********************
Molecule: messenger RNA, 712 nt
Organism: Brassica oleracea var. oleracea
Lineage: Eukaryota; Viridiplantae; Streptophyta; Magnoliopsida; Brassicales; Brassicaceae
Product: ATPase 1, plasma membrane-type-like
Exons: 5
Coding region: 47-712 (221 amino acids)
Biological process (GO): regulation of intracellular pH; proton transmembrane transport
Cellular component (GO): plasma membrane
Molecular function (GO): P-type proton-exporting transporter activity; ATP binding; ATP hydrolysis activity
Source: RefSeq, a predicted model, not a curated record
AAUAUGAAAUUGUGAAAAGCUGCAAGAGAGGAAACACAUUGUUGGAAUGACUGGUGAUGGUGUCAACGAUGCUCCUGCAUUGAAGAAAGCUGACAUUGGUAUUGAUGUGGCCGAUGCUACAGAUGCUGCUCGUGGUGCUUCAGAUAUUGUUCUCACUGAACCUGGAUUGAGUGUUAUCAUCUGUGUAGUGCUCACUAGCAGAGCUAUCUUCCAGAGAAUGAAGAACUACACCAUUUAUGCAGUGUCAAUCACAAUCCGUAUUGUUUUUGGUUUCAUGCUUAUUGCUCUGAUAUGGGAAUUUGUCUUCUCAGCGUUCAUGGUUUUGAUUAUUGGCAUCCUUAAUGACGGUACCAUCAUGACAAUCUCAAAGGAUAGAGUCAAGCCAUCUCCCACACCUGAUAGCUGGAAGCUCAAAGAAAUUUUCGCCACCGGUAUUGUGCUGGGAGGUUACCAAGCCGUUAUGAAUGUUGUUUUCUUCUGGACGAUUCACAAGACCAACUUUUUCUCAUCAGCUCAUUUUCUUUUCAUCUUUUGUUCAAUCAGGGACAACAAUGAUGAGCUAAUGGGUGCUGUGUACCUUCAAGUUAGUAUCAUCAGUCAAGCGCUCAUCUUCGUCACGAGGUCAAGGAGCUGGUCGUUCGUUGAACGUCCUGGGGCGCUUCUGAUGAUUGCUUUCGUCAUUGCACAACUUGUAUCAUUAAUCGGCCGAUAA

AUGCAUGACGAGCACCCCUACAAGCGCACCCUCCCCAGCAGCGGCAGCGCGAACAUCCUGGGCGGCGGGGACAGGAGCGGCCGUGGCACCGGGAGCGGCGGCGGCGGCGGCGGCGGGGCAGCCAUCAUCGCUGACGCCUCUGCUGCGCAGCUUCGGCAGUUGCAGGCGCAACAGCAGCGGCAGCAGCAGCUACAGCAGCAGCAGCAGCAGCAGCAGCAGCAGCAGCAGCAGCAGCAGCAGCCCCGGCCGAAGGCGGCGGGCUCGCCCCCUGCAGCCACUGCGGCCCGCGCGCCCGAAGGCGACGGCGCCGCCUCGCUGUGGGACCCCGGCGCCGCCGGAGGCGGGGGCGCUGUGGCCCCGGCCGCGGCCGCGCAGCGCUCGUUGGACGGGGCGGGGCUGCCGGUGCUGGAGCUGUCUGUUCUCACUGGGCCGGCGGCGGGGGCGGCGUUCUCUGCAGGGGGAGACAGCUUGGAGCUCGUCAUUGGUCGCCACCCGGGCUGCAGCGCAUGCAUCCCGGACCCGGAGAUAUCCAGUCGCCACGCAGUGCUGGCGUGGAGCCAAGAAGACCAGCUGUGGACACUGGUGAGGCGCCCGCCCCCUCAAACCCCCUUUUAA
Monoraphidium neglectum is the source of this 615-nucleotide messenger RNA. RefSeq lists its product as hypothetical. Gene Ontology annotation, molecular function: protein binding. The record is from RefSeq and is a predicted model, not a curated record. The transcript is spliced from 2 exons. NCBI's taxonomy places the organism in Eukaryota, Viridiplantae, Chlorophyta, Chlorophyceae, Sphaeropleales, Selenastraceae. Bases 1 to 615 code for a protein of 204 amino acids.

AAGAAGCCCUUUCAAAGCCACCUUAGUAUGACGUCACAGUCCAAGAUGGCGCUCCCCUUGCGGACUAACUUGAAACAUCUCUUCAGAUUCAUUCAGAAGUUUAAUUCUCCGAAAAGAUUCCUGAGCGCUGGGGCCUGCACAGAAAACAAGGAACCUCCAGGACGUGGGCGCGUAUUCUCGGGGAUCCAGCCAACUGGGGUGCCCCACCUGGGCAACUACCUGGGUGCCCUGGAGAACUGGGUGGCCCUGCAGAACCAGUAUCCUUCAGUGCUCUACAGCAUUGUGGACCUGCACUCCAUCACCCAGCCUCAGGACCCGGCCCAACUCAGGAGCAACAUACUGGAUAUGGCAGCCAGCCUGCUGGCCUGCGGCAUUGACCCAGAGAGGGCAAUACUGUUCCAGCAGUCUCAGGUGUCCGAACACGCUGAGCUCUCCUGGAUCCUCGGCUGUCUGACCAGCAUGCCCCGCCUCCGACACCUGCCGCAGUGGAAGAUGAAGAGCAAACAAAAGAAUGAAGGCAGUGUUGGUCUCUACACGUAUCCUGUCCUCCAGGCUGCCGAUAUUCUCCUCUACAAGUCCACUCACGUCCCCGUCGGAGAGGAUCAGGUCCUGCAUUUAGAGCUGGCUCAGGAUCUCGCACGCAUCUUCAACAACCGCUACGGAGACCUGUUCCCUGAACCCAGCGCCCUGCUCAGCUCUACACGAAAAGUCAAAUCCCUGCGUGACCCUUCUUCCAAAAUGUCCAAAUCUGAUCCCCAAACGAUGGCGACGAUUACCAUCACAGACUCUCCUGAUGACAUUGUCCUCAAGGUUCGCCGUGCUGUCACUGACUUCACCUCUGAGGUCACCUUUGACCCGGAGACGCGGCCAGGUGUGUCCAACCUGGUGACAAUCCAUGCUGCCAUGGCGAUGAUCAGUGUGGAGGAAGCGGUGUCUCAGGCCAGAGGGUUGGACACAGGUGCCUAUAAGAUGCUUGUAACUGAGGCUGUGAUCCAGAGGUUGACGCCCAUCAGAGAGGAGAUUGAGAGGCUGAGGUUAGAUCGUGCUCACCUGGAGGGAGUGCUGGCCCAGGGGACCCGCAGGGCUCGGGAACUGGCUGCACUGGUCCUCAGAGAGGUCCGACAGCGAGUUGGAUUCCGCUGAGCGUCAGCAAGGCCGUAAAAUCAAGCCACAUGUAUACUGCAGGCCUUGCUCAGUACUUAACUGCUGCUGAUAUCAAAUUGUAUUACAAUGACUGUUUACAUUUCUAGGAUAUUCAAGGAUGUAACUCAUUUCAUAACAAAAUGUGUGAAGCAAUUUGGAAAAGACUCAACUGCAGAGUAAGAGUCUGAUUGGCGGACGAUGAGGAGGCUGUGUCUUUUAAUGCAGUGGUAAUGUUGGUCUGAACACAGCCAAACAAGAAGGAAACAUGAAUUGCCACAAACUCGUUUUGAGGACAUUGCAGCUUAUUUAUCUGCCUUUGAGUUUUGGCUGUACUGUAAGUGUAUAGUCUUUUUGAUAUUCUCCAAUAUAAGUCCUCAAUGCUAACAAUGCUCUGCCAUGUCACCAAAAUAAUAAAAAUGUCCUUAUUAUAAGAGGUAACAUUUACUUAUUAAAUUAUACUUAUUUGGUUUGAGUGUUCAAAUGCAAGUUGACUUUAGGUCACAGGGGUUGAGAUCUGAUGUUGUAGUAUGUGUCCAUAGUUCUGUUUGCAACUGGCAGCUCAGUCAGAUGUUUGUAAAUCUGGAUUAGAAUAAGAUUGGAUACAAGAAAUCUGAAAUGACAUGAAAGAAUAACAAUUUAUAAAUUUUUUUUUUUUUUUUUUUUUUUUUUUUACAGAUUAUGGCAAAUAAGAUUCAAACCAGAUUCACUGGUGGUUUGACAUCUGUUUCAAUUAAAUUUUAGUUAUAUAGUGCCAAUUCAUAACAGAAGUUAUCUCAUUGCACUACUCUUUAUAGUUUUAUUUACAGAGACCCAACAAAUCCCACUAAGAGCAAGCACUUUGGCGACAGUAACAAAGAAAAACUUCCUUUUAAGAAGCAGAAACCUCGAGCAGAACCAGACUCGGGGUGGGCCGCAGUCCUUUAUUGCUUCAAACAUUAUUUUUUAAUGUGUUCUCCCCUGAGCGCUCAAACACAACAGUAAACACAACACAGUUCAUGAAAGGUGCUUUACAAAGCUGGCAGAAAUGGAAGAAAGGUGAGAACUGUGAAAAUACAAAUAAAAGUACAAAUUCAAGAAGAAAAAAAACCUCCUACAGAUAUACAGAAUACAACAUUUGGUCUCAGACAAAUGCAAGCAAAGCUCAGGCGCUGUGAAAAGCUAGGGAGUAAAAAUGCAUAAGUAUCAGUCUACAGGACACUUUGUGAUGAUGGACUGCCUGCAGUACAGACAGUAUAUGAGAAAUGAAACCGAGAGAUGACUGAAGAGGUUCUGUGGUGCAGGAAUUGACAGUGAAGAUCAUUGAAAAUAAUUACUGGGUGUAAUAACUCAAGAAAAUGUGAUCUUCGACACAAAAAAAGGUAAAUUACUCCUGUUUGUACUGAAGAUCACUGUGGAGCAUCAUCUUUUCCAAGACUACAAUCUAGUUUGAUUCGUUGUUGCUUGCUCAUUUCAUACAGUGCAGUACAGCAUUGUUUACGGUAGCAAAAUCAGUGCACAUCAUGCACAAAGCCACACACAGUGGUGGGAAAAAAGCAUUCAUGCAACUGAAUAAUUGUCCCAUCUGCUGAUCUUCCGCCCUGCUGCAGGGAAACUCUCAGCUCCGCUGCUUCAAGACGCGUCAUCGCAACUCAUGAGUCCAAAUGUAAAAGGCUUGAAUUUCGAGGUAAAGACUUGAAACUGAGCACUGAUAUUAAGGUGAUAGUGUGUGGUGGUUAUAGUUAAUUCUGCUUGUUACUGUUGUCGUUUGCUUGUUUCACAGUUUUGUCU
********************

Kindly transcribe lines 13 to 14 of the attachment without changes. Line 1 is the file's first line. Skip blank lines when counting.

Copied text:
Monoraphidium neglectum is the source of this 615-nucleotide messenger RNA. RefSeq lists its product as hypothetical. Gene Ontology annotation, molecular function: protein binding. The record is from RefSeq and is a predicted model, not a curated record. The transcript is spliced from 2 exons. NCBI's taxonomy places the organism in Eukaryota, Viridiplantae, Chlorophyta, Chlorophyceae, Sphaeropleales, Selenastraceae. Bases 1 to 615 code for a protein of 204 amino acids.

AAGAAGCCCUUUCAAAGCCACCUUAGUAUGACGUCACAGUCCAAGAUGGCGCUCCCCUUGCGGACUAACUUGAAACAUCUCUUCAGAUUCAUUCAGAAGUUUAAUUCUCCGAAAAGAUUCCUGAGCGCUGGGGCCUGCACAGAAAACAAGGAACCUCCAGGACGUGGGCGCGUAUUCUCGGGGAUCCAGCCAACUGGGGUGCCCCACCUGGGCAACUACCUGGGUGCCCUGGAGAACUGGGUGGCCCUGCAGAACCAGUAUCCUUCAGUGCUCUACAGCAUUGUGGACCUGCACUCCAUCACCCAGCCUCAGGACCCGGCCCAACUCAGGAGCAACAUACUGGAUAUGGCAGCCAGCCUGCUGGCCUGCGGCAUUGACCCAGAGAGGGCAAUACUGUUCCAGCAGUCUCAGGUGUCCGAACACGCUGAGCUCUCCUGGAUCCUCGGCUGUCUGACCAGCAUGCCCCGCCUCCGACACCUGCCGCAGUGGAAGAUGAAGAGCAAACAAAAGAAUGAAGGCAGUGUUGGUCUCUACACGUAUCCUGUCCUCCAGGCUGCCGAUAUUCUCCUCUACAAGUCCACUCACGUCCCCGUCGGAGAGGAUCAGGUCCUGCAUUUAGAGCUGGCUCAGGAUCUCGCACGCAUCUUCAACAACCGCUACGGAGACCUGUUCCCUGAACCCAGCGCCCUGCUCAGCUCUACACGAAAAGUCAAAUCCCUGCGUGACCCUUCUUCCAAAAUGUCCAAAUCUGAUCCCCAAACGAUGGCGACGAUUACCAUCACAGACUCUCCUGAUGACAUUGUCCUCAAGGUUCGCCGUGCUGUCACUGACUUCACCUCUGAGGUCACCUUUGACCCGGAGACGCGGCCAGGUGUGUCCAACCUGGUGACAAUCCAUGCUGCCAUGGCGAUGAUCAGUGUGGAGGAAGCGGUGUCUCAGGCCAGAGGGUUGGACACAGGUGCCUAUAAGAUGCUUGUAACUGAGGCUGUGAUCCAGAGGUUGACGCCCAUCAGAGAGGAGAUUGAGAGGCUGAGGUUAGAUCGUGCUCACCUGGAGGGAGUGCUGGCCCAGGGGACCCGCAGGGCUCGGGAACUGGCUGCACUGGUCCUCAGAGAGGUCCGACAGCGAGUUGGAUUCCGCUGAGCGUCAGCAAGGCCGUAAAAUCAAGCCACAUGUAUACUGCAGGCCUUGCUCAGUACUUAACUGCUGCUGAUAUCAAAUUGUAUUACAAUGACUGUUUACAUUUCUAGGAUAUUCAAGGAUGUAACUCAUUUCAUAACAAAAUGUGUGAAGCAAUUUGGAAAAGACUCAACUGCAGAGUAAGAGUCUGAUUGGCGGACGAUGAGGAGGCUGUGUCUUUUAAUGCAGUGGUAAUGUUGGUCUGAACACAGCCAAACAAGAAGGAAACAUGAAUUGCCACAAACUCGUUUUGAGGACAUUGCAGCUUAUUUAUCUGCCUUUGAGUUUUGGCUGUACUGUAAGUGUAUAGUCUUUUUGAUAUUCUCCAAUAUAAGUCCUCAAUGCUAACAAUGCUCUGCCAUGUCACCAAAAUAAUAAAAAUGUCCUUAUUAUAAGAGGUAACAUUUACUUAUUAAAUUAUACUUAUUUGGUUUGAGUGUUCAAAUGCAAGUUGACUUUAGGUCACAGGGGUUGAGAUCUGAUGUUGUAGUAUGUGUCCAUAGUUCUGUUUGCAACUGGCAGCUCAGUCAGAUGUUUGUAAAUCUGGAUUAGAAUAAGAUUGGAUACAAGAAAUCUGAAAUGACAUGAAAGAAUAACAAUUUAUAAAUUUUUUUUUUUUUUUUUUUUUUUUUUUUACAGAUUAUGGCAAAUAAGAUUCAAACCAGAUUCACUGGUGGUUUGACAUCUGUUUCAAUUAAAUUUUAGUUAUAUAGUGCCAAUUCAUAACAGAAGUUAUCUCAUUGCACUACUCUUUAUAGUUUUAUUUACAGAGACCCAACAAAUCCCACUAAGAGCAAGCACUUUGGCGACAGUAACAAAGAAAAACUUCCUUUUAAGAAGCAGAAACCUCGAGCAGAACCAGACUCGGGGUGGGCCGCAGUCCUUUAUUGCUUCAAACAUUAUUUUUUAAUGUGUUCUCCCCUGAGCGCUCAAACACAACAGUAAACACAACACAGUUCAUGAAAGGUGCUUUACAAAGCUGGCAGAAAUGGAAGAAAGGUGAGAACUGUGAAAAUACAAAUAAAAGUACAAAUUCAAGAAGAAAAAAAACCUCCUACAGAUAUACAGAAUACAACAUUUGGUCUCAGACAAAUGCAAGCAAAGCUCAGGCGCUGUGAAAAGCUAGGGAGUAAAAAUGCAUAAGUAUCAGUCUACAGGACACUUUGUGAUGAUGGACUGCCUGCAGUACAGACAGUAUAUGAGAAAUGAAACCGAGAGAUGACUGAAGAGGUUCUGUGGUGCAGGAAUUGACAGUGAAGAUCAUUGAAAAUAAUUACUGGGUGUAAUAACUCAAGAAAAUGUGAUCUUCGACACAAAAAAAGGUAAAUUACUCCUGUUUGUACUGAAGAUCACUGUGGAGCAUCAUCUUUUCCAAGACUACAAUCUAGUUUGAUUCGUUGUUGCUUGCUCAUUUCAUACAGUGCAGUACAGCAUUGUUUACGGUAGCAAAAUCAGUGCACAUCAUGCACAAAGCCACACACAGUGGUGGGAAAAAAGCAUUCAUGCAACUGAAUAAUUGUCCCAUCUGCUGAUCUUCCGCCCUGCUGCAGGGAAACUCUCAGCUCCGCUGCUUCAAGACGCGUCAUCGCAACUCAUGAGUCCAAAUGUAAAAGGCUUGAAUUUCGAGGUAAAGACUUGAAACUGAGCACUGAUAUUAAGGUGAUAGUGUGUGGUGGUUAUAGUUAAUUCUGCUUGUUACUGUUGUCGUUUGCUUGUUUCACAGUUUUGUCU